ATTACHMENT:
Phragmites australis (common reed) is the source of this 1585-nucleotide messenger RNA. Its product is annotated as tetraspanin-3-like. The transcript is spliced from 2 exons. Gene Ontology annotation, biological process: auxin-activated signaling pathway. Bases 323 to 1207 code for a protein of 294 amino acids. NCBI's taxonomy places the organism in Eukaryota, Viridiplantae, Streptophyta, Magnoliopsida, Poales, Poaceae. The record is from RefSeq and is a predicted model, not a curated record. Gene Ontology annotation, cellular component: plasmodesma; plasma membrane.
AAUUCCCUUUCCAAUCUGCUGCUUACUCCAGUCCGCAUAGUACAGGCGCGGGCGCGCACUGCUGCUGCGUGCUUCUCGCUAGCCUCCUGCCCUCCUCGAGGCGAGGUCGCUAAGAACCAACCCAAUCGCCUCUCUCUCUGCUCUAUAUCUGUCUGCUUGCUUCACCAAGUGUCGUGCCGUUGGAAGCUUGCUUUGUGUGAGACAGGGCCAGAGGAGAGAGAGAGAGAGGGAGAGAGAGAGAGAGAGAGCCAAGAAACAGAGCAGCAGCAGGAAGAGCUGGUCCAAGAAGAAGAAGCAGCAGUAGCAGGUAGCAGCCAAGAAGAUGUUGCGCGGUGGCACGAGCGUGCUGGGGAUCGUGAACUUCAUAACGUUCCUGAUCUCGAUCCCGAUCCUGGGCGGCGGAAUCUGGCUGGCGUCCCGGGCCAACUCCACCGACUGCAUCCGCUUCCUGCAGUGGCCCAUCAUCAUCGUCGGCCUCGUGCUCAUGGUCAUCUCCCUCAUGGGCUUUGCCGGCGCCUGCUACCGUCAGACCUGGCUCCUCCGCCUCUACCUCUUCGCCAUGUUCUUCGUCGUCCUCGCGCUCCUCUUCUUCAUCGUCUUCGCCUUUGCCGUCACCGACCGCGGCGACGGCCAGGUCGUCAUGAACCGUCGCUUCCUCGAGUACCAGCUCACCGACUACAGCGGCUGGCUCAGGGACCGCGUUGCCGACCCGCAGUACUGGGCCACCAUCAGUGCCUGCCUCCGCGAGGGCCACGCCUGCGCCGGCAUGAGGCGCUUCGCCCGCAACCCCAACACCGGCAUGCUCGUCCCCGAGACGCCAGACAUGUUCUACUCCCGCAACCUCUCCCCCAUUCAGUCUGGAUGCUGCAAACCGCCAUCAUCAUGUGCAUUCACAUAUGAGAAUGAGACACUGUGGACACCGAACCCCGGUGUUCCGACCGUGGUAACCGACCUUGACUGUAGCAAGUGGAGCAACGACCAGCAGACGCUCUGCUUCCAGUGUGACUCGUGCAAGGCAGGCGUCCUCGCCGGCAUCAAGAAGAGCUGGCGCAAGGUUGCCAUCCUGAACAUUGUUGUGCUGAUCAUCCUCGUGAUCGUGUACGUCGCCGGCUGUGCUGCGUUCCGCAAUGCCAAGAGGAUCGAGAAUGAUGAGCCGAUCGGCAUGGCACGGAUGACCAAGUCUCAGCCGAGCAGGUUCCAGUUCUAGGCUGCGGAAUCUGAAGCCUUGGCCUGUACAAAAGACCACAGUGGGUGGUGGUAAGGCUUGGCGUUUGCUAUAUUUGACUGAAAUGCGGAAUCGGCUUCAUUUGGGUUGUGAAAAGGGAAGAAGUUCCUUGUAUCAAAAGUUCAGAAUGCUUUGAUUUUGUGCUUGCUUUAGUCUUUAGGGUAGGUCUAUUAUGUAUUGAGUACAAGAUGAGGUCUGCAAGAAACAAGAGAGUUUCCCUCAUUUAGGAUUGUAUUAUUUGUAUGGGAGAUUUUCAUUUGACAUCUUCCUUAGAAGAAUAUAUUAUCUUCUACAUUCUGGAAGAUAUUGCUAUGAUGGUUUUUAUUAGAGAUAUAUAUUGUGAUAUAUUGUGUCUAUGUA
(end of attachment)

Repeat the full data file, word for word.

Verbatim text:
Phragmites australis (common reed) is the source of this 1585-nucleotide messenger RNA. Its product is annotated as tetraspanin-3-like. The transcript is spliced from 2 exons. Gene Ontology annotation, biological process: auxin-activated signaling pathway. Bases 323 to 1207 code for a protein of 294 amino acids. NCBI's taxonomy places the organism in Eukaryota, Viridiplantae, Streptophyta, Magnoliopsida, Poales, Poaceae. The record is from RefSeq and is a predicted model, not a curated record. Gene Ontology annotation, cellular component: plasmodesma; plasma membrane.
AAUUCCCUUUCCAAUCUGCUGCUUACUCCAGUCCGCAUAGUACAGGCGCGGGCGCGCACUGCUGCUGCGUGCUUCUCGCUAGCCUCCUGCCCUCCUCGAGGCGAGGUCGCUAAGAACCAACCCAAUCGCCUCUCUCUCUGCUCUAUAUCUGUCUGCUUGCUUCACCAAGUGUCGUGCCGUUGGAAGCUUGCUUUGUGUGAGACAGGGCCAGAGGAGAGAGAGAGAGAGGGAGAGAGAGAGAGAGAGAGCCAAGAAACAGAGCAGCAGCAGGAAGAGCUGGUCCAAGAAGAAGAAGCAGCAGUAGCAGGUAGCAGCCAAGAAGAUGUUGCGCGGUGGCACGAGCGUGCUGGGGAUCGUGAACUUCAUAACGUUCCUGAUCUCGAUCCCGAUCCUGGGCGGCGGAAUCUGGCUGGCGUCCCGGGCCAACUCCACCGACUGCAUCCGCUUCCUGCAGUGGCCCAUCAUCAUCGUCGGCCUCGUGCUCAUGGUCAUCUCCCUCAUGGGCUUUGCCGGCGCCUGCUACCGUCAGACCUGGCUCCUCCGCCUCUACCUCUUCGCCAUGUUCUUCGUCGUCCUCGCGCUCCUCUUCUUCAUCGUCUUCGCCUUUGCCGUCACCGACCGCGGCGACGGCCAGGUCGUCAUGAACCGUCGCUUCCUCGAGUACCAGCUCACCGACUACAGCGGCUGGCUCAGGGACCGCGUUGCCGACCCGCAGUACUGGGCCACCAUCAGUGCCUGCCUCCGCGAGGGCCACGCCUGCGCCGGCAUGAGGCGCUUCGCCCGCAACCCCAACACCGGCAUGCUCGUCCCCGAGACGCCAGACAUGUUCUACUCCCGCAACCUCUCCCCCAUUCAGUCUGGAUGCUGCAAACCGCCAUCAUCAUGUGCAUUCACAUAUGAGAAUGAGACACUGUGGACACCGAACCCCGGUGUUCCGACCGUGGUAACCGACCUUGACUGUAGCAAGUGGAGCAACGACCAGCAGACGCUCUGCUUCCAGUGUGACUCGUGCAAGGCAGGCGUCCUCGCCGGCAUCAAGAAGAGCUGGCGCAAGGUUGCCAUCCUGAACAUUGUUGUGCUGAUCAUCCUCGUGAUCGUGUACGUCGCCGGCUGUGCUGCGUUCCGCAAUGCCAAGAGGAUCGAGAAUGAUGAGCCGAUCGGCAUGGCACGGAUGACCAAGUCUCAGCCGAGCAGGUUCCAGUUCUAGGCUGCGGAAUCUGAAGCCUUGGCCUGUACAAAAGACCACAGUGGGUGGUGGUAAGGCUUGGCGUUUGCUAUAUUUGACUGAAAUGCGGAAUCGGCUUCAUUUGGGUUGUGAAAAGGGAAGAAGUUCCUUGUAUCAAAAGUUCAGAAUGCUUUGAUUUUGUGCUUGCUUUAGUCUUUAGGGUAGGUCUAUUAUGUAUUGAGUACAAGAUGAGGUCUGCAAGAAACAAGAGAGUUUCCCUCAUUUAGGAUUGUAUUAUUUGUAUGGGAGAUUUUCAUUUGACAUCUUCCUUAGAAGAAUAUAUUAUCUUCUACAUUCUGGAAGAUAUUGCUAUGAUGGUUUUUAUUAGAGAUAUAUAUUGUGAUAUAUUGUGUCUAUGUA